European Western Balkans

Policy Brief: The lessons of the justice reform in Albania can be applied to other WB countries

Albanian National Assembly, Tirana; Photo: WikiCommons / Pudelek

VIENNA – Judicial reform in Albania represents a case study to understand EU membership-driven reform processes in the Western Balkans. The experience of the justice sector reform in Albania and the lessons learned can be applied in other sectors as well as in the other Balkan countries, stresses the newest Policy Brief “Lessons learned from the justice reform in Albania“, published within the “WB2EU” network.

The document reminds that the judicial reform in Albania included, among others, setting up a fully-fledged system of vetting judges and prosecutors, establishing new institutions governing the judiciary, creating a special prosecution and courts for the fight against corruption and organised crime, and substantially reforming existing institutions, including the Supreme Court, Constitutional Court and General Prosecutor’s Office.

“Compared with the Western Balkan enlargement front-runners, in Albania the constitutional process of reorganising the judiciary was completed before the start of the EU accession negotiation process. The focus now has shifted towards the proper functioning and efficiency of the newly established structures and institutions. Frontloading conditionality has allowed Albania to mark a significant progress in many areas covered by Chapter 23, even if the accession negotiations with the EU have not been officially opened yet”, Policy Brief nots.

However, there were multiple setbacks of the reform implementation. These included the short time allocated to complete deep changes, the oversized role of current political elites in the design and implementation, insufficient involvement of the citizens and an overestimation of the country’s abilities to produce new qualified members of the judiciary willing to become part of the new institutions.

“Weak administrative capacity, missing or incomplete rules of procedure, ad-hoc solutions and by-passing of institutional procedures, low transparency, weak fight against corruption, etc. happen because political leaders don’t want strong institutions that can question or curtail their will. In the case of Albania, this was reflected also in the confrontations between the government, the parliament and the president for the appointment of the Constitutional Court judges, – which was a clear lack of critical mass of political will in favour ofthe institutional changes”, Policy Brief reads.

Hence, the role and impact of the political will and of good governance in the progress of the countries towards EU membership remains crucial. The political will of the domestic political elites – or the lack of it – should be considered when initiating such deep reforms. A clear political will is necessary to conduct the required changes and produce the desired results in an effective way.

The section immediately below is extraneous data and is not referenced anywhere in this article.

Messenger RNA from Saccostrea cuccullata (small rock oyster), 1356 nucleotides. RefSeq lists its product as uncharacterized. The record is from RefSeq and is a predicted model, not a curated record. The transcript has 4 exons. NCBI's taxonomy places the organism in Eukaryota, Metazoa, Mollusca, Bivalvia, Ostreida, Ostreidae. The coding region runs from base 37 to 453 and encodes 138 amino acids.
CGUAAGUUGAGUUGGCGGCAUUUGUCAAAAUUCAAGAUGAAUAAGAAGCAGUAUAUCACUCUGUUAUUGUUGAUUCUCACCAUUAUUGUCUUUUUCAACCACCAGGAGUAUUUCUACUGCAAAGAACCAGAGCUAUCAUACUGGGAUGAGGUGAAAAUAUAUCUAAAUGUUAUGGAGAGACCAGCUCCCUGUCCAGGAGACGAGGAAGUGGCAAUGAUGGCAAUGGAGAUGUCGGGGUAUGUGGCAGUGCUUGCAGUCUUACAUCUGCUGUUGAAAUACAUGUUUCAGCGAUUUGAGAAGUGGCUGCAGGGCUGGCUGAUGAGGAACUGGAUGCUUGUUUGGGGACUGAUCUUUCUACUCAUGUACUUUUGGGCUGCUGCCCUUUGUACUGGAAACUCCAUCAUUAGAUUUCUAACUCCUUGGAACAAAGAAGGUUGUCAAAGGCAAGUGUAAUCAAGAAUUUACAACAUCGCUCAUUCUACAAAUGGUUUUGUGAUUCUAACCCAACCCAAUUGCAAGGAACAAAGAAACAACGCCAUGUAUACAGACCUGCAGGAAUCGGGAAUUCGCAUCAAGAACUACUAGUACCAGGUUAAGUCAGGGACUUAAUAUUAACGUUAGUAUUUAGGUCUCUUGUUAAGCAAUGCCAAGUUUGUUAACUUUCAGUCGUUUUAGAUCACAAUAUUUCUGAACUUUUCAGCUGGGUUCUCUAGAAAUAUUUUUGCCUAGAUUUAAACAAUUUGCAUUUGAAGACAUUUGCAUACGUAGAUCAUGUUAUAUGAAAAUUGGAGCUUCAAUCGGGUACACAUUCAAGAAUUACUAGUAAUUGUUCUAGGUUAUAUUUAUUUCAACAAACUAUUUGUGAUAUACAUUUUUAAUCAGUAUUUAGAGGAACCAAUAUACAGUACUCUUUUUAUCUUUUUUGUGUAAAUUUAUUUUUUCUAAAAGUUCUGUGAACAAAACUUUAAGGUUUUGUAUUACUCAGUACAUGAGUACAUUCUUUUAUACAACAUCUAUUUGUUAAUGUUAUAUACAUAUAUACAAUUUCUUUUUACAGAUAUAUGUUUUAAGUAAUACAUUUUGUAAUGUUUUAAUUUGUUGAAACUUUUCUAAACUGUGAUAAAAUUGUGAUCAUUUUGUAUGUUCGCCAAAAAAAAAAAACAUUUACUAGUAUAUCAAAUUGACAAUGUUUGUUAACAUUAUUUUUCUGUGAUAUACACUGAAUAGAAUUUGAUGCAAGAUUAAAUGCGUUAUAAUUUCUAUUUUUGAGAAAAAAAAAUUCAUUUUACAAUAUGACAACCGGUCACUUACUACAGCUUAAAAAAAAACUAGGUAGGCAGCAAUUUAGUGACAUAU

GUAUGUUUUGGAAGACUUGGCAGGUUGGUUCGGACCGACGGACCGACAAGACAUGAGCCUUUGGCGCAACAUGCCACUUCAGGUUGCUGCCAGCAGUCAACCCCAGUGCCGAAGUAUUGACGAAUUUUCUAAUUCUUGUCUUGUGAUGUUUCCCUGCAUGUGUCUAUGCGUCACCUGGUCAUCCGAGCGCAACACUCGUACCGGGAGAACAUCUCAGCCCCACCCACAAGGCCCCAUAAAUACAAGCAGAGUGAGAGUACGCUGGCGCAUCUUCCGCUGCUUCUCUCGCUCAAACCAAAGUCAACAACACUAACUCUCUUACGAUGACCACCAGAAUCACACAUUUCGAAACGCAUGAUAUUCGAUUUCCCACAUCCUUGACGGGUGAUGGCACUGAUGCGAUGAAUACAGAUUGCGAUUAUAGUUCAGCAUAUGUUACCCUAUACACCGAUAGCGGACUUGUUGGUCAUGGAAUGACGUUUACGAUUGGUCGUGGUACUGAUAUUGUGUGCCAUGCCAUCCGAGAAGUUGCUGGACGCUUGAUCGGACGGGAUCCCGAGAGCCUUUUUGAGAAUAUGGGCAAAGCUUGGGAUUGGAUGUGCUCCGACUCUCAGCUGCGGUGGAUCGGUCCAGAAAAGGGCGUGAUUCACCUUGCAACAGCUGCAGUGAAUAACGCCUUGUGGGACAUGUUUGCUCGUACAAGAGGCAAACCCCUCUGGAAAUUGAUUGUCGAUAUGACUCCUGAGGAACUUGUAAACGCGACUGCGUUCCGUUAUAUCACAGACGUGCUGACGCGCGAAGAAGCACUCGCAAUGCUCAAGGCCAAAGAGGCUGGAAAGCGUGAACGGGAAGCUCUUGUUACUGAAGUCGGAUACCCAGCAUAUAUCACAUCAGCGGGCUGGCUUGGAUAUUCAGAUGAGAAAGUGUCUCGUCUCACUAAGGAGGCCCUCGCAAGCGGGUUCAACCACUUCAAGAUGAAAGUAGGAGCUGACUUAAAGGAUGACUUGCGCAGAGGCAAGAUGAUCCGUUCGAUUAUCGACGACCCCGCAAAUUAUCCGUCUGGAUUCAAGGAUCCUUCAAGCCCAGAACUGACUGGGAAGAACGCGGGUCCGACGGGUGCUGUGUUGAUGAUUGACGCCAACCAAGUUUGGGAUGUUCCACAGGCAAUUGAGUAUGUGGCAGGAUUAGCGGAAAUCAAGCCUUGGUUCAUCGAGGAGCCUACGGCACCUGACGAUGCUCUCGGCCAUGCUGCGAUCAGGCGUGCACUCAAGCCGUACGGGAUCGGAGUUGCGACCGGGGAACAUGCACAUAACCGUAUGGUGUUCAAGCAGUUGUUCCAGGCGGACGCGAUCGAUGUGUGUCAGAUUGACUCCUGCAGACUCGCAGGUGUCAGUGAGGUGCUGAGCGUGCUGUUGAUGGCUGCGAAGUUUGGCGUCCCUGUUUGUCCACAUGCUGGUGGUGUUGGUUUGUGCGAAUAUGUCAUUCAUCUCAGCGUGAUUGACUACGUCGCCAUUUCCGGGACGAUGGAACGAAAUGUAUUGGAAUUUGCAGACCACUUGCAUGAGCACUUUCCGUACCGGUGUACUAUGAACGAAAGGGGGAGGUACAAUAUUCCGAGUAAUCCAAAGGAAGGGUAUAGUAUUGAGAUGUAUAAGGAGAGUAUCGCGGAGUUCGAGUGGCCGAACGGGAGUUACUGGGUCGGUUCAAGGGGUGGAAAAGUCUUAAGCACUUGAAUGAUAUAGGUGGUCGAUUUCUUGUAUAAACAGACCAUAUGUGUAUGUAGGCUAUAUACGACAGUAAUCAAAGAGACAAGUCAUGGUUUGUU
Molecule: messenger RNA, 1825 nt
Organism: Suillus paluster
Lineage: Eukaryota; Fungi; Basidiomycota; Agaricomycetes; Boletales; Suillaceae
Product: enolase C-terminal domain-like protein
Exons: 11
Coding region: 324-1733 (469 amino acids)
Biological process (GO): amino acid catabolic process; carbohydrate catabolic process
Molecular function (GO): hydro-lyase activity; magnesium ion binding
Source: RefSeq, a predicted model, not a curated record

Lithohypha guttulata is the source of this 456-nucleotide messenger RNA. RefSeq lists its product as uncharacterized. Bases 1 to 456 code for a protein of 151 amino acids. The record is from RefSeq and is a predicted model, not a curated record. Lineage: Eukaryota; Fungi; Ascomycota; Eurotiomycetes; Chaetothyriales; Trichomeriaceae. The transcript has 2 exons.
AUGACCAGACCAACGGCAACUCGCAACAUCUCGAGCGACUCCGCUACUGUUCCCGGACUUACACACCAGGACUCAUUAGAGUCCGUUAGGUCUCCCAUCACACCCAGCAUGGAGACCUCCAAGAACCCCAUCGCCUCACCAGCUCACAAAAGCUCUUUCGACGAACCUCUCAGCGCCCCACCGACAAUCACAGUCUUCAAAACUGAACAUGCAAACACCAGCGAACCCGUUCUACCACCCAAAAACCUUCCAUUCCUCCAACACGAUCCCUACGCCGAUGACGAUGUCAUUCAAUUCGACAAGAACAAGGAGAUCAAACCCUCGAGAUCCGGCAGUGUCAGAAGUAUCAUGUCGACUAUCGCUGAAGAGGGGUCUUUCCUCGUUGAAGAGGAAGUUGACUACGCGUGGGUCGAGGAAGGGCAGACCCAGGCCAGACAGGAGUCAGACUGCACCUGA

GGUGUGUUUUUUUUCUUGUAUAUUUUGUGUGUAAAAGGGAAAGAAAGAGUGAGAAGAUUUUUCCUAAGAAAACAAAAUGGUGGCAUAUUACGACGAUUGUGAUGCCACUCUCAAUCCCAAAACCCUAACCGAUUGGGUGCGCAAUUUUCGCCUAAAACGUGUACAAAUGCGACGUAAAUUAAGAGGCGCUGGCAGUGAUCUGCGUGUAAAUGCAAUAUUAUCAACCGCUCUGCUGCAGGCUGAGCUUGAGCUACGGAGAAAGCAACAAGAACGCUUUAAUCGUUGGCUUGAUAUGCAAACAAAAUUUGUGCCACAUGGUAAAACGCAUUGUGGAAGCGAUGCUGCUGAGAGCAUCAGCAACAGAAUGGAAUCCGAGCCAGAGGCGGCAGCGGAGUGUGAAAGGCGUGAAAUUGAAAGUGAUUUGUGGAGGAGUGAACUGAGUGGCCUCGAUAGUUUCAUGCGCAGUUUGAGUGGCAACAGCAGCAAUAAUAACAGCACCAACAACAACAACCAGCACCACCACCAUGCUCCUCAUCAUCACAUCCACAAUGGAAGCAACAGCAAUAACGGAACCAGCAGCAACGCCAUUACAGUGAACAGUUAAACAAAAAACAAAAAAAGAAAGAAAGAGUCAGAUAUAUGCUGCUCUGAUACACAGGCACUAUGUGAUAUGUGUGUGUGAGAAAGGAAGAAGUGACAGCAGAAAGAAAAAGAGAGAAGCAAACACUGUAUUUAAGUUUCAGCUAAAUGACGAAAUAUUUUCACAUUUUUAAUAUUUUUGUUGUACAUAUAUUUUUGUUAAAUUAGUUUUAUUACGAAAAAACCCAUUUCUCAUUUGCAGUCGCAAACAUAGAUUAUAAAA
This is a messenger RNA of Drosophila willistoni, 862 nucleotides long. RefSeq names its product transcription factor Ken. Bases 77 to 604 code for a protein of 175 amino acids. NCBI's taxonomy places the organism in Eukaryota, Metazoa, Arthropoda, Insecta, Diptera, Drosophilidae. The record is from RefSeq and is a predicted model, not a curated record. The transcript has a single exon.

Policy Brief stressed that inducing and implementing systemic changes when corrupt elites are still in charge requires a broad basis of participation to succeed.

“The process of reform monitoring and reporting should be more inclusive and extend also to those actors (i.e. Civil Society Organisations) outside from the captured institutions. The institutional reform programmes should be designed taking into account this political approach”, the Brief recommended.

It also recommended that the good governance features should apply to the newly established judicial institutions and structures, which is crucial in determining the outputs and the long- term impact of the reform.

Finally, the citizens who are the main beneficiaries of the reform should be involved throughout the whole process from the design of the reform to its implementation and operation.

“Thus, there is a need to prepare information in a way that makes it easier for citizens to understand and create external mechanisms involving representatives such as the civil society, academia or bar associations to monitor the strategic action plans of the new justice institutions”, Policy Brief concluded.

The Policy Brief is published in the framework of the WB2EU project. The project aims at the establishment of a network of renowned think-tanks, do-tanks, universities, higher education institutes and policy centres from the Western Balkans, neighbouring countries and EU member states that will be most decisive for the enlargement process and Europeanisation of the region in the upcoming years. The WB2EU project is co-funded by the European Commission under its Erasmus+ Jean Monnet programme.


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